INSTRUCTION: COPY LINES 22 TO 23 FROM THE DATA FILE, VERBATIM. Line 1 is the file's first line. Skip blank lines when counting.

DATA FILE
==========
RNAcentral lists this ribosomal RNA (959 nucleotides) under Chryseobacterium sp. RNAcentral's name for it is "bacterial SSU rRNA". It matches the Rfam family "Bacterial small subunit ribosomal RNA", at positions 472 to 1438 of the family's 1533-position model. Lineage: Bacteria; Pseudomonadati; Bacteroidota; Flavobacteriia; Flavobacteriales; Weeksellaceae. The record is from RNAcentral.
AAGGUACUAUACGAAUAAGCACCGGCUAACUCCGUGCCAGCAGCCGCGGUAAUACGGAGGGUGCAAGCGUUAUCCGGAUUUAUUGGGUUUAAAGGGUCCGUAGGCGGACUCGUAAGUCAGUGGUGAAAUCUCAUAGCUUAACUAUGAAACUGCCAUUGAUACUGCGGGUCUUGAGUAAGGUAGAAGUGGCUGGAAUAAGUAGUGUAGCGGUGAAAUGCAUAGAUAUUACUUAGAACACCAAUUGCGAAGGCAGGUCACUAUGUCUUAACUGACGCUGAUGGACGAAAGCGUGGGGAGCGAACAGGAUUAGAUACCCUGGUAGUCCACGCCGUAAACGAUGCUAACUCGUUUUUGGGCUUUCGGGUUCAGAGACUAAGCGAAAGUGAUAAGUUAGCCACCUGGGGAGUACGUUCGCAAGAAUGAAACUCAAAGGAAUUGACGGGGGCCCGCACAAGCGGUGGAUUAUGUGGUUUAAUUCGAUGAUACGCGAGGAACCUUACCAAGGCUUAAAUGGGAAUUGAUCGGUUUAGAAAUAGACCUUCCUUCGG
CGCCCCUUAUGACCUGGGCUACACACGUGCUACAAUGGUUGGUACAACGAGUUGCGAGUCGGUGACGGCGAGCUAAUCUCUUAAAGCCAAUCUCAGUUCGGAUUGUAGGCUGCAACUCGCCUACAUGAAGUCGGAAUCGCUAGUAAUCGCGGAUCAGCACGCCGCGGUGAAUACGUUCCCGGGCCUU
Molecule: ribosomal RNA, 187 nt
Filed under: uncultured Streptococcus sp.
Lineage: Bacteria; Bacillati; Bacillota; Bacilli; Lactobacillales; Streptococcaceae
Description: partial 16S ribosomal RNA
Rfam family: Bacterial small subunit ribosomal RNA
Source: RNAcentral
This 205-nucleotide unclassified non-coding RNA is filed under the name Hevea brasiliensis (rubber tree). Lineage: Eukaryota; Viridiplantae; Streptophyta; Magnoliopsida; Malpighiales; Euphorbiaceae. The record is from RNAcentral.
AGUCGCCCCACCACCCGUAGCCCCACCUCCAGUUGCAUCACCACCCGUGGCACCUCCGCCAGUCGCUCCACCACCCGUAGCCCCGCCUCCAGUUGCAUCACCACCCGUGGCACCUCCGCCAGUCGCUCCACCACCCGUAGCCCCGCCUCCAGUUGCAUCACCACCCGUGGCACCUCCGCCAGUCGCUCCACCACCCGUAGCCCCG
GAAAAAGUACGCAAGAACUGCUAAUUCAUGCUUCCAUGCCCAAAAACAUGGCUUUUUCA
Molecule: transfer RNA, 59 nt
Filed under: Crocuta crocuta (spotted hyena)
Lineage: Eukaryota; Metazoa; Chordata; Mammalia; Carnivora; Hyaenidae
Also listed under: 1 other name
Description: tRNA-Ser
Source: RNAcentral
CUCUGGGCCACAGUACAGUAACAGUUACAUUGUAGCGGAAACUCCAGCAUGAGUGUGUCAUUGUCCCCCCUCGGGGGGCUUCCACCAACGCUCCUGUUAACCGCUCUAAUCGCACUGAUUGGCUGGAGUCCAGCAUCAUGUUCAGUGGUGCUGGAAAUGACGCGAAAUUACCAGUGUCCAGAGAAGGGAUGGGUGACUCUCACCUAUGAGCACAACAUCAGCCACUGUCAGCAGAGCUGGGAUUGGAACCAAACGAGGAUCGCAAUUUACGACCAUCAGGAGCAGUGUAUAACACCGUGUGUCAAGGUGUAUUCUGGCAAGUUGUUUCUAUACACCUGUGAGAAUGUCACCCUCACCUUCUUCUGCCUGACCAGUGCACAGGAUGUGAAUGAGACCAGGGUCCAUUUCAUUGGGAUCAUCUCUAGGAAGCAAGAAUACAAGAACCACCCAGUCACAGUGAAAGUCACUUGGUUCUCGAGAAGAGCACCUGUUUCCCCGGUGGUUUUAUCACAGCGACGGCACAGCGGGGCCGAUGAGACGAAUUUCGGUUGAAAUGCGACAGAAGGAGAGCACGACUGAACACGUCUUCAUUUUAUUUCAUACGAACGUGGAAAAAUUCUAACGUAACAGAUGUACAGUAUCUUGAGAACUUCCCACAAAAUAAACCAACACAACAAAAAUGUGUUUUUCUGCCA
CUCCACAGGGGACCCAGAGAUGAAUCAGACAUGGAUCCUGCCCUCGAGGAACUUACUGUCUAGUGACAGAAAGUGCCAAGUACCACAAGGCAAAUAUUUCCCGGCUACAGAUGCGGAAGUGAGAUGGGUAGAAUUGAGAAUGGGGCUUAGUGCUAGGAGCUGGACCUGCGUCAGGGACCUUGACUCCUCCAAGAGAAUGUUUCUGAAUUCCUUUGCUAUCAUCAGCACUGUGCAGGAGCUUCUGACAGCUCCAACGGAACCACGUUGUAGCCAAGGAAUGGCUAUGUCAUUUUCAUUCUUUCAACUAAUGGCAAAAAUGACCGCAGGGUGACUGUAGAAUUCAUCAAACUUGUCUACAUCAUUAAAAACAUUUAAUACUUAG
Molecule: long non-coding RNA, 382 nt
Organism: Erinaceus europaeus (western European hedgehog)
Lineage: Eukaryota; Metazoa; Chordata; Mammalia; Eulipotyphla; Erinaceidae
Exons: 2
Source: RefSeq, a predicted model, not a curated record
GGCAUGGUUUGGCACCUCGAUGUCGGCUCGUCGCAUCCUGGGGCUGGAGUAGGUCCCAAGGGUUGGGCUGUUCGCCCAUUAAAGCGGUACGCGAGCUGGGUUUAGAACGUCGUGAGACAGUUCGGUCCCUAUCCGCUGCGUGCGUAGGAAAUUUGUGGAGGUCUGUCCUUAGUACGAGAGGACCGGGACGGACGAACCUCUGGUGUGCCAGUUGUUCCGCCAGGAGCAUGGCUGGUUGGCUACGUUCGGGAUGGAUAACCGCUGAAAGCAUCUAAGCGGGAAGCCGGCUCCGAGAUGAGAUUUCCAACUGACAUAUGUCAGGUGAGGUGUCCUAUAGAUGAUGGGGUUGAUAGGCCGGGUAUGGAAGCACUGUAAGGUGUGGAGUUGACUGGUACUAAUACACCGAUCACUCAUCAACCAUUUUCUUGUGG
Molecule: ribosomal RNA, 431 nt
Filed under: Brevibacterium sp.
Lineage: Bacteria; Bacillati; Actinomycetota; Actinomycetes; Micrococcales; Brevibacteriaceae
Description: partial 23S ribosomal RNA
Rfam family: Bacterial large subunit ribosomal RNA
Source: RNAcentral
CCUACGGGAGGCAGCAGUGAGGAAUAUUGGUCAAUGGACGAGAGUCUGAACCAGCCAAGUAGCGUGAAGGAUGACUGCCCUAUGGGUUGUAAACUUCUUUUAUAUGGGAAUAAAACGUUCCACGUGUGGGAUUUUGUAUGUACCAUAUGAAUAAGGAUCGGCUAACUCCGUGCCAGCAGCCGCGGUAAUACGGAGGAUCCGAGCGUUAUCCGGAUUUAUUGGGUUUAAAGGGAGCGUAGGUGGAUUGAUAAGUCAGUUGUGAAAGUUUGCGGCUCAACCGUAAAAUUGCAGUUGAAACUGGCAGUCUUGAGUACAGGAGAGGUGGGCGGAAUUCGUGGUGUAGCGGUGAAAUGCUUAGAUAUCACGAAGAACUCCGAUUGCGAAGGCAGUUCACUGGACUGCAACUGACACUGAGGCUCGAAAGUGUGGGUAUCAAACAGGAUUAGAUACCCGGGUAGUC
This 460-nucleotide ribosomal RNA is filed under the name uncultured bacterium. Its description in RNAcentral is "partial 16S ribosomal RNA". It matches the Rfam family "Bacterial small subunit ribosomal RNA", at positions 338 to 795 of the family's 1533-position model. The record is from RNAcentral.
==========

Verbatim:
Organism: Erinaceus europaeus (western European hedgehog)
Lineage: Eukaryota; Metazoa; Chordata; Mammalia; Eulipotyphla; Erinaceidae